Students at Beacon School will begin the school year under a new hybrid learning model, which includes both distance and in-person instruction.
The Athens County Board of Developmental Disabilities (ACBDD), which oversees Beacon School, announced the school’s plan following the Board’s meeting on Tuesday evening.
During the meeting, the Board was presented with three options for the start of the 2020/2021 school year. One option was to have all students return to school five days a week with “several new safety protocols.” A second option was to have fully online education. The third option, that was voted for unanimously by the Board, is for students to spend one full day at the school every other week, with the remaining days spent in virtual education.
Under the plan selected by the Board, Beacon School families also have the choice to do online only education.
“Many of our students have compromised immune systems, struggle with social distancing, and struggle with properly wearing personal protective equipment,” said Dr. Kevin Davis, ACBDD’s Superintendent. “They also struggle with online learning. Some face-to-face time is necessary for our students to receive their therapies and to work on their IEP goals. This option is a safe way for us to offer some of our services that are best provided in-person while also minimizing contact between students and staff.”
Under this new plan there will be one student per classroom each day, this totals only seven students ever in the school building at one time. In-person education will take place at Beacon School on Monday, Tuesday, Thursday and Friday. Wednesday will be used for “deep cleaning” the building, as well as teacher preparations and check-ins.
“Remote learning for students of Beacon School can be especially challenging. While not ideal, the ACBDD determined it is the safest primary method of instruction at this time,” a release from ACBDD said.
The Board’s announcement states that the daily delivery of student’s breakfast and lunch at zero-cost to the families will be continued, per precedent set by the spring semester.
As the school year begins, the ACBDD will be reassessing the situation each month, to determine if the school needs to switch to online only, or if it is safe to increase the number of students in the building on a daily basis. To make these decisions, the ACBDD states that they will consult with the Athens City-County Health Department.
“The emphasis is on making this a slow and thoughtful process,” Davis said. “What we don’t want is to flip back and forth.”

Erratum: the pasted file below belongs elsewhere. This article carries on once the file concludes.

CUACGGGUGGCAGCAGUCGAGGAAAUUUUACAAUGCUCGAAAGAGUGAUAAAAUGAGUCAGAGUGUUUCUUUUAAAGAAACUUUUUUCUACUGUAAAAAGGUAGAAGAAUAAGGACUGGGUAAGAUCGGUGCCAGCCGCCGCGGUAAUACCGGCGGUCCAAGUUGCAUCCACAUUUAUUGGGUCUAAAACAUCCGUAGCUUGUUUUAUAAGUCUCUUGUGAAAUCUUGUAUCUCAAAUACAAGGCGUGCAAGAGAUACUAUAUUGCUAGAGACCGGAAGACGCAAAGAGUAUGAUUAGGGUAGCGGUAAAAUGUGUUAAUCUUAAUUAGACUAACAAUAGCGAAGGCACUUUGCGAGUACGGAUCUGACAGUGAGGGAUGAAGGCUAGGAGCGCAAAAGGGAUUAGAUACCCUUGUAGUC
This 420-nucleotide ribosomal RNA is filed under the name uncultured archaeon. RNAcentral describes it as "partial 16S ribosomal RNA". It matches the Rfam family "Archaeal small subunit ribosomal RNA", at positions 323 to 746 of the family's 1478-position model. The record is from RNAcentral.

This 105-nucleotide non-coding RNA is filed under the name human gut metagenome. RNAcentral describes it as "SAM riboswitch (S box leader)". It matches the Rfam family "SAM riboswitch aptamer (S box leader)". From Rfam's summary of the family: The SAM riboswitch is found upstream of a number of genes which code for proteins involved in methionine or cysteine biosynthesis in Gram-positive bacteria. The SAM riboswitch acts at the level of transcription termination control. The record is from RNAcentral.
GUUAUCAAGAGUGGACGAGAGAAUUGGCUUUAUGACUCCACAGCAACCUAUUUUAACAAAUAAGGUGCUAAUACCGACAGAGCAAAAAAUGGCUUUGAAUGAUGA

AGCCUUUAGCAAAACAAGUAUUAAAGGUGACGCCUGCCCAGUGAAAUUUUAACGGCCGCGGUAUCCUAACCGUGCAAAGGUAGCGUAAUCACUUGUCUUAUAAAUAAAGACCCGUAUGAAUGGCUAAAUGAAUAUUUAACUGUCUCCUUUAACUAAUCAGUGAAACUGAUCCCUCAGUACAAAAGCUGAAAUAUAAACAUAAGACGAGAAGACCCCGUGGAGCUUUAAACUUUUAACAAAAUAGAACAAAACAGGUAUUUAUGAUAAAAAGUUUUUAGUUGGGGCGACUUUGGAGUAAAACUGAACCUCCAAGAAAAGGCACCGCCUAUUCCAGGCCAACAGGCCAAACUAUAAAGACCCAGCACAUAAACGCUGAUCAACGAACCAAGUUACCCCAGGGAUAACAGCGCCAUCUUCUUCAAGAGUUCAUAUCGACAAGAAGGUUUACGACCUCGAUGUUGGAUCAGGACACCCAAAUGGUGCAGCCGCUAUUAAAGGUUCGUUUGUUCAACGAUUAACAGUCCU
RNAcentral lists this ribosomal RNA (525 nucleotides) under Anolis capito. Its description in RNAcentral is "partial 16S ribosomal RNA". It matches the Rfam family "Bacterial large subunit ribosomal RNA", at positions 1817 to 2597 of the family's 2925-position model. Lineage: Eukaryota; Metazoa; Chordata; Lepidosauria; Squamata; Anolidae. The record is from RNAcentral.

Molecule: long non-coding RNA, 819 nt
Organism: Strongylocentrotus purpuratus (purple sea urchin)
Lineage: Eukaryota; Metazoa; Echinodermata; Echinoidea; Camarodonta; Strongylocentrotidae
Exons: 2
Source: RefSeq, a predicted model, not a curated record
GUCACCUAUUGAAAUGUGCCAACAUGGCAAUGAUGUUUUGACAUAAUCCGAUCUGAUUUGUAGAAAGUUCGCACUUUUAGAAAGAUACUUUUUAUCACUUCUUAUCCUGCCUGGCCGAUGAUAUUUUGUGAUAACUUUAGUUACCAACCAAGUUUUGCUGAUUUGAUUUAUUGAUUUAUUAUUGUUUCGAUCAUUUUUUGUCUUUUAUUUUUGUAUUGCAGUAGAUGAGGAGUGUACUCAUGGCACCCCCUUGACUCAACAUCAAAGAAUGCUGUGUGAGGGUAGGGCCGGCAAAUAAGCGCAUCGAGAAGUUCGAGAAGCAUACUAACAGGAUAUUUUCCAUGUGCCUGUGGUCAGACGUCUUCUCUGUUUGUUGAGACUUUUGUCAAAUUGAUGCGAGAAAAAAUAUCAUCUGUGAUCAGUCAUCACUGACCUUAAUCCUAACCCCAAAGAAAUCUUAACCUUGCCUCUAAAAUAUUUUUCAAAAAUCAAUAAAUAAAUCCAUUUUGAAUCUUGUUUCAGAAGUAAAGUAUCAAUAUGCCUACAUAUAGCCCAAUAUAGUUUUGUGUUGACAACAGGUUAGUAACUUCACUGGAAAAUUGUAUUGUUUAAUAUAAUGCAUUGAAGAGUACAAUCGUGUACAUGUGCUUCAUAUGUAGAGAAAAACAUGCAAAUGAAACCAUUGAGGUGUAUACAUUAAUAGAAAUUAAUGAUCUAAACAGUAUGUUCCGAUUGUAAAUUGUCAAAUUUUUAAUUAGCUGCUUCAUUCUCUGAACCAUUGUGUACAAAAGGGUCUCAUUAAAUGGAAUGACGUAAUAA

In addition, the Board elected to monitor the Public Health Advisory Alert System, the statewide color coded system that monitors the state of the pandemic in each county. If Athens County reaches the highest level (Level 4 purple), Beacon School will suspend all in-person services conducted by ACBDD.
“Unless an exception is approved by the Superintendent, in-person services would not resume until the level changed back to Level 3 (Red) or lower,” the release said.
The release from the Board stressed the difficult decision that the Board and all schools across the country faced due to the COVID-19 pandemic.
Health Department Administrator Jack Pepper bolstered the decision of the Board.
“The safest way to return to school in the fall is in an online platform, as outlined by the CDC guidelines,” Pepper said.“That said, we understand there will be some exceptions to that rule, particularly with this population.”
In addition to the plan for beginning the school year, the Board also voted on Tuesday night to officially designate Juneteenth (June 19) as a paid holiday beginning in 2021.
“The ACBDD is committed to diversity and inclusion. We support of all of our staff members, all of the people we serve, and all members of the Athens community,” Davis wrote on a Facebook post announcing the change.
Juneteenth, also known as Freedom Day or Emancipation Day, is a holiday celebrating the emancipation of those who had been enslaved in the United States. It commemorates the day that slavery was officially abolished in Texas, two and a half years after President Lincoln’s Emancipation Proclamation outlawed slavery in 1863.